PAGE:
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Using the biopsychosocial model to examine risk factors in post-traumatic stress disorder
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Using the biopsychosocial model to examine risk factors in post-traumatic stress disorder

Given the multitude of factors potentially involved in PTSD, it seems useful to consider risk and recovery through a biopsychosocial lens
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In 1977, Dr. George Engel argued that medicine ought to shift away from a biomedical perspective. He disputed the long-held held assumption that only the biological factors of health and disease are worthy of study and practise. Engel argued that psychological and social factors influence biological functioning and play a role in health and illness. He proposed the biopsychosocial model which asserts that the interactions between biological, psychological, and social factors determine the cause, manifestation, and outcome of disease. The biopsychosocial model is commonly discussed in relation to mental health. Biological factors contributing to mental illness include genetics, chemical imbalance, infection, brain injury, and toxins. Psychological factors contributing to mental illness include neglect or abuse and loss, poor coping skills, and low self-esteem.
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Social factors contributing to mental illness include education, employment, income, and housing. You should be aware that there are other factors which have not yet been mentioned in this video. Another biological factor, for example, is epigenetics. Another psychological factor is personality. Another social factor is conflict. Be aware that there are other factors which have not been discussed here.

Given the multitude of factors potentially involved in post-traumatic stress disorder (PTSD), it seems useful to consider PTSD risk and recovery through a biopsychosocial lens.

Although the biopsychosocial framework is helpful when considering risk and protective factors, it is important to note that there can be overlap between the different domains. For example, epidemiological data suggest that being female puts one at an increased risk of PTSD.

The mechanisms behind those gender differences are not fully understood. Genetic and physiological factors likely play a significant role (Ford et al., 2015). Women are also at an increased risk of sexual assault, which could be a trigger for PTSD. This illustrates the possible overlap between biological and social factors.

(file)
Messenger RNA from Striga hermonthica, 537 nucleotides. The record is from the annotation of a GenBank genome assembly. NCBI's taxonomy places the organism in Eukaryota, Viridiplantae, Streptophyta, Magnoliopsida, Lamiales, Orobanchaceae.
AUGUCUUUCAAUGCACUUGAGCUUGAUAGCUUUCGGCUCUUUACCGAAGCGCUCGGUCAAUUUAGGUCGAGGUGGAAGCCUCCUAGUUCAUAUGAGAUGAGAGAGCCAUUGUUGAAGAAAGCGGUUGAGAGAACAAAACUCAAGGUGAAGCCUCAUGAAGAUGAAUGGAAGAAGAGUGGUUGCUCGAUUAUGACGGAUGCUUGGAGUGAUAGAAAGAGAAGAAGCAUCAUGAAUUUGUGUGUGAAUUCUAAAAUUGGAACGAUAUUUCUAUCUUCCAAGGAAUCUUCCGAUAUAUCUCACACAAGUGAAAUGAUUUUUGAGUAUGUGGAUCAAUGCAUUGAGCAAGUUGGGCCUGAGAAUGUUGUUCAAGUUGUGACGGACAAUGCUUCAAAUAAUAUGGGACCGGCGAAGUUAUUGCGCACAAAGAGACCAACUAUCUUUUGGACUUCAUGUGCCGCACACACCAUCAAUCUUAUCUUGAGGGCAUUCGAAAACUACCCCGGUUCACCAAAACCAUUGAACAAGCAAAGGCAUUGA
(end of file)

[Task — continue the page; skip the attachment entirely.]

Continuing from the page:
Risk factors

Examples of risk factors are offered in the table below:

Biological factors An underlying genetic predisposition, gender, physical injury and associated pain, hyperreactive physiological responses to stress, sleep, structural and functional brain abnormalities (for example, as a result of brain injury or chronic stress).
Psychological factors A subjective experience of loss of control and perceived negative effect of the traumatic event on the individual (Hasto et al., 2013). Extreme anxiety and intrusive reexperiencing. Guilt. Subjective reactions to terrifying or horrifying events. Dissociation. Dysphoria. Social phobia. Anger. Trauma-related beliefs.
Social factors Multiple exposures to trauma, social isolation and being at an increased risk of experiencing a traumatic event, for example, due to gender or substance misuse.

 

Influencing factors

Social and cultural factors inevitably interact with biology to impact health. This confluence of factors shapes a person’s experience and definition of health and illness, their access to healthcare, their response to disease, pain and disability, their beliefs about healing, their treatment expectations and their health outcomes.

Some of these factors are indicated in the illustration below:

A diagram showing 'Social and Cultural Factors' interacting with 'Biology'. Surrounding this are six circles, containing the words 'experience of health and illness', 'access to healthcare', 'response to disease, pain, and disability', 'experience of pain and healing', 'treatment expectations and options', and 'health outcomes'.
click to see larger version

References

Ford, J. D., Grasso, D. J., Elhai, J. D., & Courtois, C. A. (2015). Posttraumatic Stress Disorder: Scientific and Professional Dimensions. New York: Academic Press. doi: 10.1016/B978-0-12-374462-3.X0001-9

Hasto, J., Vojtova, H., Hruby, R., & Tavel, P. (2013). Biopsychosocial approach to psychological trauma and possible health consequences. Neuro-Endocrinology Letters, 34(6), 464-481. Retrieved from https://pubmed.ncbi.nlm.nih.gov/24378444/

Rafla, M., Carson, N. J., & DeJong, S. M. (2014). Adolescents and the internet: What mental health clinicians need to know. Current Psychiatry Reports, 16(9), 1-10. doi:10.1007/s11920-014-0472-x

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Post-Traumatic Stress Disorder (PTSD) in the Global Context

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